|Location||105 Chehaw Park Road |
Albany, Georgia, United States
|Land area||800 acres (320 ha) (Zoo portion is 100 acres (40 ha) only) |
|No. of animals||212 |
|No. of species||55 |
|Owner||Chehaw Park Authority (City of Albany) |
Chehaw Park is a park and zoo located in Albany, Georgia. The park was originally opened as Chehaw State Park in 1937, and currently covers 800 acres (320 ha). The Wild Animal Park was designed by naturalist Jim Fowler of television's Wild Kingdom. Fowler is originally from Albany, Georgia. It was opened in 1997, and features boardwalks in the cypress swamps that take visitors through natural habitat exhibits.  
Originally developed as Chehaw State Park in 1937, the property consisted of 586 acres (237 ha) donated to the state of Georgia by private landowners in Albany, Georgia. It is enclosed on two sides by a large, clear water bayou formed where the Kinchafoonee Creek and Muckalee Creeks meet.  The property has expanded to nearly 800 acres (320 ha) and consists of moss-covered subtropical cypress swamps, climax hardwood forests, and burn-controlled pine/ wiregrass habitat.
The park is named for the Chiha, or Chehaw, a tribe of Creek Native Americans who inhabited around the property and befriended Caucasian settlers.  Artifacts such as arrowheads, spearheads, tomahawks, hoes, drill, scrapers, clay pipes and stone celts were commonly found during original park development. Variations in artifact design show land use by distinctly different tribes over several hundreds of years. 
In 1974, the city of Albany leased 100 acres (40 ha) of unused land in Chehaw Park from the state of Georgia to develop a wild animal park where exotic and indigenous animals would be displayed in their natural habitats. With the inception of the wild animal habitat, the State donated the entire Chehaw Park acreage to the city to further develop. Albany and the Chehaw Wildlife Society commissioned Jim Fowler to design and supervise the construction of the wildlife area. The original animals were moved from the Tift Park Zoo in Albany to their new home at Chehaw between 1975 and 1977,  and the Chehaw Wild Animal Park was officially dedicated and opened to the public in October 1977. 
In 1979, the state of Georgia created the Chehaw Park Authority, an agent charged with the governing, preserving and developing the property as a natural and public resource for southwest Georgia.  Park officials brought back the park's original designer, Jim Fowler, in 2004 to begin lending his expertise the development of the Wild Animal Park. At the same time, new exhibits were created for African black rhinoceros (opened in April 2005) and African lesser flamingos (opened in 2006). The park also retained the services of Atlanta design firm MACTEC Engineering to develop the first site management plan for the entire park.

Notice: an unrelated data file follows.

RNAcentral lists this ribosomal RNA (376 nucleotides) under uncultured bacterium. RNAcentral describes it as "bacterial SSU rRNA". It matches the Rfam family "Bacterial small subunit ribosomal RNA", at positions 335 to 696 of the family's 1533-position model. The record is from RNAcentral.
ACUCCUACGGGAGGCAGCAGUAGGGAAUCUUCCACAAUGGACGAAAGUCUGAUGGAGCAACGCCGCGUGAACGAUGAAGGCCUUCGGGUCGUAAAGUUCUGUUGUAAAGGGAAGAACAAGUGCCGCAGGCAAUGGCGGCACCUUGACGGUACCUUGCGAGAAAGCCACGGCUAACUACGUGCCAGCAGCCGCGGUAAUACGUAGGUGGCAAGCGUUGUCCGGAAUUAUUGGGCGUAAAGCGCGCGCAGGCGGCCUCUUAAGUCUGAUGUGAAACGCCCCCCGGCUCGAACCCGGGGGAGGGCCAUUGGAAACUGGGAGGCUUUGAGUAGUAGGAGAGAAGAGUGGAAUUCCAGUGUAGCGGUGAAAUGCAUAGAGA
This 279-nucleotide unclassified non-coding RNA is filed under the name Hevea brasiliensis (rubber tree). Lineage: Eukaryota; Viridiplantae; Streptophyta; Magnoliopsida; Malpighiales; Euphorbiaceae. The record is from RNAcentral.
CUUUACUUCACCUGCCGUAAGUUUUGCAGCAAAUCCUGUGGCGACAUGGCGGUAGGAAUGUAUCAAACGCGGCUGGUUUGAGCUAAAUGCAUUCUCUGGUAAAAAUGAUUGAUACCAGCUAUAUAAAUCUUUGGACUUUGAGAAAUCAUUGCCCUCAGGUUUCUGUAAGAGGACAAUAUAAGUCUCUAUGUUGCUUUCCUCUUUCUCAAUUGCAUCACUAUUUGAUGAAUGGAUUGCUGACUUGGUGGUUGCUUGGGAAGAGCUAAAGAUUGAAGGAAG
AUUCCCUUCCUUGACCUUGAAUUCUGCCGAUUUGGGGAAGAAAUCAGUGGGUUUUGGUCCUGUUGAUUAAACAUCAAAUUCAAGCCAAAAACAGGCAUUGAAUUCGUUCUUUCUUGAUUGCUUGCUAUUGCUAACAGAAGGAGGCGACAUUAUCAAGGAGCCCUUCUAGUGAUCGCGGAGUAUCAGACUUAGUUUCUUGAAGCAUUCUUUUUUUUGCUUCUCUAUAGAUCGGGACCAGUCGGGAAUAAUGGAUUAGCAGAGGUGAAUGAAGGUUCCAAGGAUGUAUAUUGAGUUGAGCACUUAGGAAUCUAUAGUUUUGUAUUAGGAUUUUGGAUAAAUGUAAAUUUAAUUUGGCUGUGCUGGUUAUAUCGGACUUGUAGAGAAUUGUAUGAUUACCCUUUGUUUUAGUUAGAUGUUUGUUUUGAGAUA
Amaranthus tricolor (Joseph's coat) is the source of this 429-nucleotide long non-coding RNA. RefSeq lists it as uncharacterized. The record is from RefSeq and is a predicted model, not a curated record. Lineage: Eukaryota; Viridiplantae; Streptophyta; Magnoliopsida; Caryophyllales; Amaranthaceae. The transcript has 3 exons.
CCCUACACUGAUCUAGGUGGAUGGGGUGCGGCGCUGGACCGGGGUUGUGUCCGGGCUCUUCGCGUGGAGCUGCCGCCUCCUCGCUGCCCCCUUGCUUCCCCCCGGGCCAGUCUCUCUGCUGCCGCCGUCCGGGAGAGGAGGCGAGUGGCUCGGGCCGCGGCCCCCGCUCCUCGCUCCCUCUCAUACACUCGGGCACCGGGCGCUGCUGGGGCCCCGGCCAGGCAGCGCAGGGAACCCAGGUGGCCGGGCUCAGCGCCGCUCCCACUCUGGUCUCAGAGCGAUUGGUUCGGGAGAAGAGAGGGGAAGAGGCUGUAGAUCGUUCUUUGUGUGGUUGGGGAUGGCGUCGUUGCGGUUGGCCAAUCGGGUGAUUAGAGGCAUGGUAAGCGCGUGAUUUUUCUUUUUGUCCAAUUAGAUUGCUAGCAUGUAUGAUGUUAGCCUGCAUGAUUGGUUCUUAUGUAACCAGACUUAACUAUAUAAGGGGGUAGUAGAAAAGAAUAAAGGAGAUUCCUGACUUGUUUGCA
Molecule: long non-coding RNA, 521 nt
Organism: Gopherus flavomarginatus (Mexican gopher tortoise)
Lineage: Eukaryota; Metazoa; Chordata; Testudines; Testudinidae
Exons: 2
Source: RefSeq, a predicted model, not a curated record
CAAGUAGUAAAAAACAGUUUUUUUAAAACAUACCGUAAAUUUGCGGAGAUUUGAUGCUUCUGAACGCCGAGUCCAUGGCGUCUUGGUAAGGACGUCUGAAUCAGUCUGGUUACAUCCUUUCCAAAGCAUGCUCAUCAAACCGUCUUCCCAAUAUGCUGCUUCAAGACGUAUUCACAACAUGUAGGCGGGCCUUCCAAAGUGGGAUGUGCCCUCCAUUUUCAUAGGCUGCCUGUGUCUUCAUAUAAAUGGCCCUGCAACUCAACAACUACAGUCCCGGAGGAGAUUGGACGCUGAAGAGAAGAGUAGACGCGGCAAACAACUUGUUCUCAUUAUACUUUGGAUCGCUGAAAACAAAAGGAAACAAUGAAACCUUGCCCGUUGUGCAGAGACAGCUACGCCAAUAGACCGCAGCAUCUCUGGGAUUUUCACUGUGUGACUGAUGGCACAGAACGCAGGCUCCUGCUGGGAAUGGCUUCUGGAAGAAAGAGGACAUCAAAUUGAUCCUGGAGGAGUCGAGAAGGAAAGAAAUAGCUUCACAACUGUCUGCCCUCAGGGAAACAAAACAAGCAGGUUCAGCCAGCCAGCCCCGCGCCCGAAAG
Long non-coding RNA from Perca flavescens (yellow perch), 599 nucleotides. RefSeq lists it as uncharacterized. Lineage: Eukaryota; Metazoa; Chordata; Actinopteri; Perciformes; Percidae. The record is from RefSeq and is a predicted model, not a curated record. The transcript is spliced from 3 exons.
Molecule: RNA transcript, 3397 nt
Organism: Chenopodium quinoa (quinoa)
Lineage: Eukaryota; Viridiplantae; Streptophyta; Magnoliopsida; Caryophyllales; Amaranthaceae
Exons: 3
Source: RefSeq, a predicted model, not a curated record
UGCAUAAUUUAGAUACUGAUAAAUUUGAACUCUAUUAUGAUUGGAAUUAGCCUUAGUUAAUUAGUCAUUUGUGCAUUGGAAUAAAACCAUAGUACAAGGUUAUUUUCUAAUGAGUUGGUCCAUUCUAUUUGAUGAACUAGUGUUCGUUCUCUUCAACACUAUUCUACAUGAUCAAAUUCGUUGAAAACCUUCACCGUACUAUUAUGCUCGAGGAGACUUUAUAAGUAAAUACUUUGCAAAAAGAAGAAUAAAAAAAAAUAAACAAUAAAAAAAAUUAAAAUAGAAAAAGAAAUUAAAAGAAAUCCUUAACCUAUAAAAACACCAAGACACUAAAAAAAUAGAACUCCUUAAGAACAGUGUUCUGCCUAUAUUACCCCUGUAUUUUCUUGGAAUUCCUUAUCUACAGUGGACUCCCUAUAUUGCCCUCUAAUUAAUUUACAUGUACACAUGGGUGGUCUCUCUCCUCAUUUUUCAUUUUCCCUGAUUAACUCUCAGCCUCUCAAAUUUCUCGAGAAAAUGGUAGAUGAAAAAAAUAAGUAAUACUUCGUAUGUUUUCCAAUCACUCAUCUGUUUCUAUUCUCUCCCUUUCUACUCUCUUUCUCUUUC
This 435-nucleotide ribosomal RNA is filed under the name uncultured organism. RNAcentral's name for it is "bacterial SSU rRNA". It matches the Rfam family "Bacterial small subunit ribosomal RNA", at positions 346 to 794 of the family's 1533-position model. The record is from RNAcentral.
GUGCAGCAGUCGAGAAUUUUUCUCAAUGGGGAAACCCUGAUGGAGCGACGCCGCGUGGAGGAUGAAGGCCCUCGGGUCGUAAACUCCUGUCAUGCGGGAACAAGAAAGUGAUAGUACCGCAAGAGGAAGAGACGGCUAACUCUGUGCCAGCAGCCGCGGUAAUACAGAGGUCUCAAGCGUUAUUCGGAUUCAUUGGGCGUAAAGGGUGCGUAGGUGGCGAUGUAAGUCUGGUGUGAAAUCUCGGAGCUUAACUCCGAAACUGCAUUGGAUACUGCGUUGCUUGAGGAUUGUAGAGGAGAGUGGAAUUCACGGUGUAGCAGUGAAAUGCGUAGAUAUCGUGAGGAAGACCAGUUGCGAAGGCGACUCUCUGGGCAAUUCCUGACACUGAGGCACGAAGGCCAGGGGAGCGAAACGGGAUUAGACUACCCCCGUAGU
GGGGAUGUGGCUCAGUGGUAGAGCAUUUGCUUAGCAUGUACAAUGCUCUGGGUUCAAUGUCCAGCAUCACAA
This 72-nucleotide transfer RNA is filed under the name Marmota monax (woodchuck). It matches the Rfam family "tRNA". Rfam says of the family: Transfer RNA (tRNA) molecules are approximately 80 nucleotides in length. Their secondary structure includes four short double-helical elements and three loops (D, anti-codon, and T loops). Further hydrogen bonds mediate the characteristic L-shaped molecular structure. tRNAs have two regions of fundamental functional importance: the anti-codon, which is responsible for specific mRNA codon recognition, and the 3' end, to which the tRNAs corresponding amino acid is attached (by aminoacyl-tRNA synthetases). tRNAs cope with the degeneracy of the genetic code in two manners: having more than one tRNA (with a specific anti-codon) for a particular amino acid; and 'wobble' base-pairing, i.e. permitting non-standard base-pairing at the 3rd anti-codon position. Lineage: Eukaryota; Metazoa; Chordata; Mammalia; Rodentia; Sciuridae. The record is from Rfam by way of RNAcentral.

Between 1997 and 2002, Chehaw began to examine other park venues including the construction of the two-million dollar Creekside Education Center, the Children's Play Park and a nationally sanctioned BMX bike track. Additional infrastructure construction included: animal quarantine, veterinary hospital, Savannah Café, bathrooms, reptile house and ticket booth. 
Chehaw is home to many endangered or vanishing species, including the red wolf, black rhinoceros, cheetah, black-and-white colobus monkeys, four species of lemurs, bongos, duiker, Grant's zebras, black bears, American bison, bobcat, Bactrian camel, several species of antelope, and unique birds ( ibis, flamingos, grey crowned cranes, ostriches, bald eagles, and turaco). These exhibits are accessed through a boardwalk in the swamp area. The zoo also provides a home to native species such as fox, squirrels, beavers, bobcats, gopher tortoises, and white-tailed deer.
The park also contains the following special attractions.
- Ben's Barnyard: the petting zoo includes an interactive portion where visitors can see how they would fare next to wild animals. Zoo visitors can climb into a bald eagle's "nest", take a giant leap from a standstill into a sandpit, jump as far up as they can, and measure their "wing" span.
- Alligator's Outpost: a boardwalk leads visitors to a swamp where dozens of American alligators live. Unlike most zoo exhibits, this one is a natural habitat where the challenge is to see how many eyes visitors can spy emerging from the waters. Zoo visitors can also feed the alligators on the weekends.
- Wiregrass Express: the zoo's train, which runs through the pine/wiregrass restoration area. Visitors can take a 20-minute ride on this train during the months of March through December.
- African Veldt: runs March through November and takes guests out on safari in a covered trailer. During the ride, guests will see several different species of antelope, zebra, wildebeest, ostrich, eland, and impala. The animals roam and herd freely in this 40 acre exhibit.
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